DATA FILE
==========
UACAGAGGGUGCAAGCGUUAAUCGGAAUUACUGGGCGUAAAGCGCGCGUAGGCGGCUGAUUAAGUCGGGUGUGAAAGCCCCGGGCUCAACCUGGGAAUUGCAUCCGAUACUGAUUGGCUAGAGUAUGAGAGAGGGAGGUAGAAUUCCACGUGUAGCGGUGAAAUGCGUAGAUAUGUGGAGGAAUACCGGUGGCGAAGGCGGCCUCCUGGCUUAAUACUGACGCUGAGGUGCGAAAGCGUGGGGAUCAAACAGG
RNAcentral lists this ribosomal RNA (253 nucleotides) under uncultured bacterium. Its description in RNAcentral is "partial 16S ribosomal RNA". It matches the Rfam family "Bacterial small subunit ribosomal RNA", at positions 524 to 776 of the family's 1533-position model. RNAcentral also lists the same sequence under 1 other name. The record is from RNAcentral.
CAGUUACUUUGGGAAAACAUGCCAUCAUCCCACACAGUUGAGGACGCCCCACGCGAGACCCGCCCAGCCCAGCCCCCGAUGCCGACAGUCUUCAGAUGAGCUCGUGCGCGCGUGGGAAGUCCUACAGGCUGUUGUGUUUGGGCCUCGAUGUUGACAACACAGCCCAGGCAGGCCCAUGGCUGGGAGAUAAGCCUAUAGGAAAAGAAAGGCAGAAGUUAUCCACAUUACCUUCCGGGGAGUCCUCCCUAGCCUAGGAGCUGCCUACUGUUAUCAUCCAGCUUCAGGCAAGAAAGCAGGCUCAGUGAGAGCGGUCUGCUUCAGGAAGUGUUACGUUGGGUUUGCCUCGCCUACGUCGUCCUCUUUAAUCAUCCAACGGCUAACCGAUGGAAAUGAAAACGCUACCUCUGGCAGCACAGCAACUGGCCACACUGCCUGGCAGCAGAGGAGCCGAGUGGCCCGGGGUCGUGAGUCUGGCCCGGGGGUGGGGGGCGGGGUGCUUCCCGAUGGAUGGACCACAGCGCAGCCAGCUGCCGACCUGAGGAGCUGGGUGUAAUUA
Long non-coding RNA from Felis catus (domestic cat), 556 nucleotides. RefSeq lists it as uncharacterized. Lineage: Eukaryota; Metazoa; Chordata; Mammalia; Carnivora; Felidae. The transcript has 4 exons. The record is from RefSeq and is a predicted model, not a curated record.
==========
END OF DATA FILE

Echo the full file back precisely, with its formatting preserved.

UACAGAGGGUGCAAGCGUUAAUCGGAAUUACUGGGCGUAAAGCGCGCGUAGGCGGCUGAUUAAGUCGGGUGUGAAAGCCCCGGGCUCAACCUGGGAAUUGCAUCCGAUACUGAUUGGCUAGAGUAUGAGAGAGGGAGGUAGAAUUCCACGUGUAGCGGUGAAAUGCGUAGAUAUGUGGAGGAAUACCGGUGGCGAAGGCGGCCUCCUGGCUUAAUACUGACGCUGAGGUGCGAAAGCGUGGGGAUCAAACAGG
RNAcentral lists this ribosomal RNA (253 nucleotides) under uncultured bacterium. Its description in RNAcentral is "partial 16S ribosomal RNA". It matches the Rfam family "Bacterial small subunit ribosomal RNA", at positions 524 to 776 of the family's 1533-position model. RNAcentral also lists the same sequence under 1 other name. The record is from RNAcentral.
CAGUUACUUUGGGAAAACAUGCCAUCAUCCCACACAGUUGAGGACGCCCCACGCGAGACCCGCCCAGCCCAGCCCCCGAUGCCGACAGUCUUCAGAUGAGCUCGUGCGCGCGUGGGAAGUCCUACAGGCUGUUGUGUUUGGGCCUCGAUGUUGACAACACAGCCCAGGCAGGCCCAUGGCUGGGAGAUAAGCCUAUAGGAAAAGAAAGGCAGAAGUUAUCCACAUUACCUUCCGGGGAGUCCUCCCUAGCCUAGGAGCUGCCUACUGUUAUCAUCCAGCUUCAGGCAAGAAAGCAGGCUCAGUGAGAGCGGUCUGCUUCAGGAAGUGUUACGUUGGGUUUGCCUCGCCUACGUCGUCCUCUUUAAUCAUCCAACGGCUAACCGAUGGAAAUGAAAACGCUACCUCUGGCAGCACAGCAACUGGCCACACUGCCUGGCAGCAGAGGAGCCGAGUGGCCCGGGGUCGUGAGUCUGGCCCGGGGGUGGGGGGCGGGGUGCUUCCCGAUGGAUGGACCACAGCGCAGCCAGCUGCCGACCUGAGGAGCUGGGUGUAAUUA
Long non-coding RNA from Felis catus (domestic cat), 556 nucleotides. RefSeq lists it as uncharacterized. Lineage: Eukaryota; Metazoa; Chordata; Mammalia; Carnivora; Felidae. The transcript has 4 exons. The record is from RefSeq and is a predicted model, not a curated record.